A TECHNICAL TALK ON—
The Humble Sparking Plug
Its Value as an Indicator of Engine Condition and the Use of the Various Types
II would be as well to make it clear at the start that I do not propose to discuss sparking plugs (hereinafter referred to as ” plugs,” as they say in official documents) from the point of view of their design and manufacture. This can be very well left to the well known forms whose experience of racing and other engines give them invaluable experience. It might well be said that plugs are one of the few components, of the modern car engine in which there is very little room indeed for improvement. This may seem to be a strange statement to many who have memories of changing plugs which have given up work for various reasons, but it is due to the fact that the plug itself is rarely at fault, but to the way in which it is used.
It is for this reason and because of the many fallacies which exist with regard to them that I propose to talk of the way in which they may be employed to the best advantage ; the rules governing the use of the various types, and how these are graded ; and also how intelligent examination of the plug after use. may give valuable imformation when an engine is being tuned for speed and power.
li;ven at the risk of insulting the intelligence of the more technical readers of MOTOR SPORT it will be a good thing to set down immediately the limitations of the ordinary plug. The chief of these is the fart that no plug can be made which will stand both excessive oil and excessive heat. There is nothing to be wondered at in this, as the way of keeping it free from oil is to design it so that it will keep hot enough to burn away the oil that collects on it, while the way to make it stand great heat in running, is to arrange for such a rapid flow of heat away from the ” business end,” that it will keep cool.
I have often been asked by owners in trouble with plugs for advice, and the first question I put to them is ” What type of plug are you using ? ” In many cases the reply gives the make of the plug, which does not help in the least. In Shooting various kinds of game the maker of the ammunition, provided that it is some first class firm, is of little importance in comparison to the type of cartridge and size of shot, which must vary in different cases. In just the same way the makers of the plug, as long as they are one of the big firms who really know their job, do not matter.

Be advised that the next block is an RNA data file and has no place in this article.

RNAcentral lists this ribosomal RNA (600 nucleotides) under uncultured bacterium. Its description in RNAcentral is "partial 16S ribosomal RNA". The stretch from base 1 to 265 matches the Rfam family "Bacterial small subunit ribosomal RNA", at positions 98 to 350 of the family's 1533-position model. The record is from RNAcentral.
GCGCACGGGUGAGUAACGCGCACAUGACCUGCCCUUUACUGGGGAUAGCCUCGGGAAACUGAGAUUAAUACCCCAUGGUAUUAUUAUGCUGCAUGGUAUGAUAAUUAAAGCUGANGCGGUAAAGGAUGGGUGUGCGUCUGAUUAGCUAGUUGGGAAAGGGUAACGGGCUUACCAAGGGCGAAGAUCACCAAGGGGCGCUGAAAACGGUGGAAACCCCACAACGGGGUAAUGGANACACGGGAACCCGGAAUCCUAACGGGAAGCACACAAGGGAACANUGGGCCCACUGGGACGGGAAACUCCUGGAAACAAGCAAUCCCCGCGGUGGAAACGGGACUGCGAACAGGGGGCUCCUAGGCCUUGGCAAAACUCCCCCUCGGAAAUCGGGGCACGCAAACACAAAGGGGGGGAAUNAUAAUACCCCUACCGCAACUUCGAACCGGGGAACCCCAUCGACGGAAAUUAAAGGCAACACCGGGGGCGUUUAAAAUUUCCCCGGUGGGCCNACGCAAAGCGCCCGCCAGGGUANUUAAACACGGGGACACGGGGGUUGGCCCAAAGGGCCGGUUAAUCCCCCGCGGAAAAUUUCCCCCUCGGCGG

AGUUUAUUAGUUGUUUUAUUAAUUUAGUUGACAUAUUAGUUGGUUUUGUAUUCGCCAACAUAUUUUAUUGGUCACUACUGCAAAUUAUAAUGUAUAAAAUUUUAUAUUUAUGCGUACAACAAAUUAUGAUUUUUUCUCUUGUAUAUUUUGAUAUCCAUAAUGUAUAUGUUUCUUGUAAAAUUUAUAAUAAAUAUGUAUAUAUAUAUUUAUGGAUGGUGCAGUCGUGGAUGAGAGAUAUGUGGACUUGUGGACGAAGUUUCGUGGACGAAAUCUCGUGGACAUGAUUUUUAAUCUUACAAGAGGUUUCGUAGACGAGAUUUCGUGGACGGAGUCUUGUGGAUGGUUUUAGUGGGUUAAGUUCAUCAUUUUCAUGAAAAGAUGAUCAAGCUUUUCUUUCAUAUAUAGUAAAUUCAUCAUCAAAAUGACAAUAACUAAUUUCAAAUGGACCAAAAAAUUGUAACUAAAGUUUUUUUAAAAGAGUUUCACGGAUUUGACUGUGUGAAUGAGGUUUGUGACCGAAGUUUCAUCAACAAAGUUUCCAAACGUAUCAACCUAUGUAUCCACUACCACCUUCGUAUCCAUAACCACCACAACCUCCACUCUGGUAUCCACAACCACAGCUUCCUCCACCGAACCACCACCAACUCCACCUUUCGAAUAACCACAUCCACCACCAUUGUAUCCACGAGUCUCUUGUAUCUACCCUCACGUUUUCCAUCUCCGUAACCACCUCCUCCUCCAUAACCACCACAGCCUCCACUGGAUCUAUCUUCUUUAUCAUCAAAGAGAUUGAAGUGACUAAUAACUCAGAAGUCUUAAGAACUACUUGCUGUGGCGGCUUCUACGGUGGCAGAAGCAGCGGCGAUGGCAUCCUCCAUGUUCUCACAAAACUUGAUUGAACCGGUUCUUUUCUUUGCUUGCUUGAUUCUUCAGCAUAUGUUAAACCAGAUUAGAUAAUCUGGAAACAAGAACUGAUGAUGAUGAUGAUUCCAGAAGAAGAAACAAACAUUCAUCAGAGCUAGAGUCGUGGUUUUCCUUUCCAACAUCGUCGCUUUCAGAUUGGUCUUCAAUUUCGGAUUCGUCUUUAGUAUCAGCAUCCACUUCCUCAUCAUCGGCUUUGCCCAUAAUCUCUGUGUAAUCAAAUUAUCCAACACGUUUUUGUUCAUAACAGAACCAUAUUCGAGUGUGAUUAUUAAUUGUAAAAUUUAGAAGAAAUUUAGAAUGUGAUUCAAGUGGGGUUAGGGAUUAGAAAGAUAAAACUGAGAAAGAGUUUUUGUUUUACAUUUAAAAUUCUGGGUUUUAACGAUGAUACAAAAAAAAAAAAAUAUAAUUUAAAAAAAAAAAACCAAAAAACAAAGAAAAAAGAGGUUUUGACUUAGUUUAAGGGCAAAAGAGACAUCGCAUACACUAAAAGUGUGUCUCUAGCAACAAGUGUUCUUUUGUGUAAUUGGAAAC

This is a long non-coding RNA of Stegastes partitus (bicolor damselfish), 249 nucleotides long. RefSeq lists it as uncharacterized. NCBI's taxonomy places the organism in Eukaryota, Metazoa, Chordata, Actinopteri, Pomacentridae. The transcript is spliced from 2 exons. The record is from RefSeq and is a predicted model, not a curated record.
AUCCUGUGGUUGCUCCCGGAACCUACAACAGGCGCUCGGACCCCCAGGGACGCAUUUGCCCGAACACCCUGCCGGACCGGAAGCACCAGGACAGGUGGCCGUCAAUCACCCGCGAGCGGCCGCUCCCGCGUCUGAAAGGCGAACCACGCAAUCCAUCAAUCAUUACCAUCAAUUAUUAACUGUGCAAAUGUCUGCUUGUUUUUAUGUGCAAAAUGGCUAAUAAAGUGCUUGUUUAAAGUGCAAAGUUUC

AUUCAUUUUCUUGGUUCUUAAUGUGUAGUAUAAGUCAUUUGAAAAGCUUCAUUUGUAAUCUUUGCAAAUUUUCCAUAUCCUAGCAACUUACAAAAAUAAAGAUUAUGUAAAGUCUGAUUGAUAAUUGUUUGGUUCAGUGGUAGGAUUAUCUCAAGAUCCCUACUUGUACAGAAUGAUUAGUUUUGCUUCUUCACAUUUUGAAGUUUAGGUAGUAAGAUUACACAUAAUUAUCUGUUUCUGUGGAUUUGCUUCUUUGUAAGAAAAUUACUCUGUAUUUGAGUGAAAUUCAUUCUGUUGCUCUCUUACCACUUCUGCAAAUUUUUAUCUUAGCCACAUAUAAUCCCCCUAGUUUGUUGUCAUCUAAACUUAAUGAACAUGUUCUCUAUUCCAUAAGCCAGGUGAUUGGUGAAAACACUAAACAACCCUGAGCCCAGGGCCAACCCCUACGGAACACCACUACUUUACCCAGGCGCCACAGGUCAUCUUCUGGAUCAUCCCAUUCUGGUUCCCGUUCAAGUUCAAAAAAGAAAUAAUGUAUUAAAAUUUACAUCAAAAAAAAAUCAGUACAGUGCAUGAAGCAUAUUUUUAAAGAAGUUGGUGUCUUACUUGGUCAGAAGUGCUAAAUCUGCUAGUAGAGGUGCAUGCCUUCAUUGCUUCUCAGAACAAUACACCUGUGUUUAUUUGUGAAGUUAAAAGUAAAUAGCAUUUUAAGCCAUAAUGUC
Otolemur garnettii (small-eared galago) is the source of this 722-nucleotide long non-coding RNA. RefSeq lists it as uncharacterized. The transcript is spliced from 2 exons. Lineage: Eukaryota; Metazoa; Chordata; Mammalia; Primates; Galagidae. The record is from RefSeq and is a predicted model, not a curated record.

Types and Troubles.
The important thing is the type of plug, and what conditions it is meant to cope with. In a low efficiency touring engine, the mechanical condition has a relatively small effect upon plug performance. If wear of cylinder bores and pistons is causing a lot of free oil in the combustion chamber, oiled plugs may to some extent be avoided by the use of a ” soft ” type, that is a plug with a large internal gas space, and thin electrodes. As soon as the compression ratio is increased, upon which the theoretical efficiency of an engine depends, the mechanical condition of the engine becomes more important, while in a very high-speed, high efficiency engine, the mechanical condition must be maintained as nearly perfect as possible to avoid plug trouble. As it must also be good for every other reason connected with getting maximum power, this is as it should be.
The reason is plain enough. As soon as the compression ratio is raised, the combustion temperature is also raised, and the ” soft ” plug will no longer be able to get rid of the surplus heat, and will “burn out.” That is to say the insulation will be destroyed by the heat, and the overheated electrodes will also cause pre-ignition. It is surprising what a lot of drivers do not seem to know the difference between a burnt out plug and one that has failed through merely getting dirty, while still more fail to separate the latter category into “oiling up” and “sooting up.”
” Oiling up.”
In the case of really bad oiling up, due either to excessive oil, or a plug of hopelessly unsuitable type, the plug will be merely soaked in liquid oil, and the trouble obvious. If, however, the process is slower and the conditions more nearly correct, the oil will actually burn away to some extent, but not entirely, resulting in a gradual. formation of carbon over the insulation and a consequent short circuit. It is when the plug is carboned up that care is needed in diagnosis, and many people try to cure the trouble by attention to the type of plug and the oiling system when neither are at fault. An over-rich mixture will also cause carboning of the plugs, and if this is the cause of the
trouble no plug on earth will stand it, and immediate attention to the carburation is indicated. It is easy in most cases of carboned plugs to distinguish the cause. If oil is the trouble the carbon will be hard and coarse, and probably slightly sticky. If excess of fuel is the trouble the carbon will be fine and -dry— exactly like soot in fact. In both cases it is the carbon inside the plug, that is on the insulation and the inside of the plug body, that must be examined.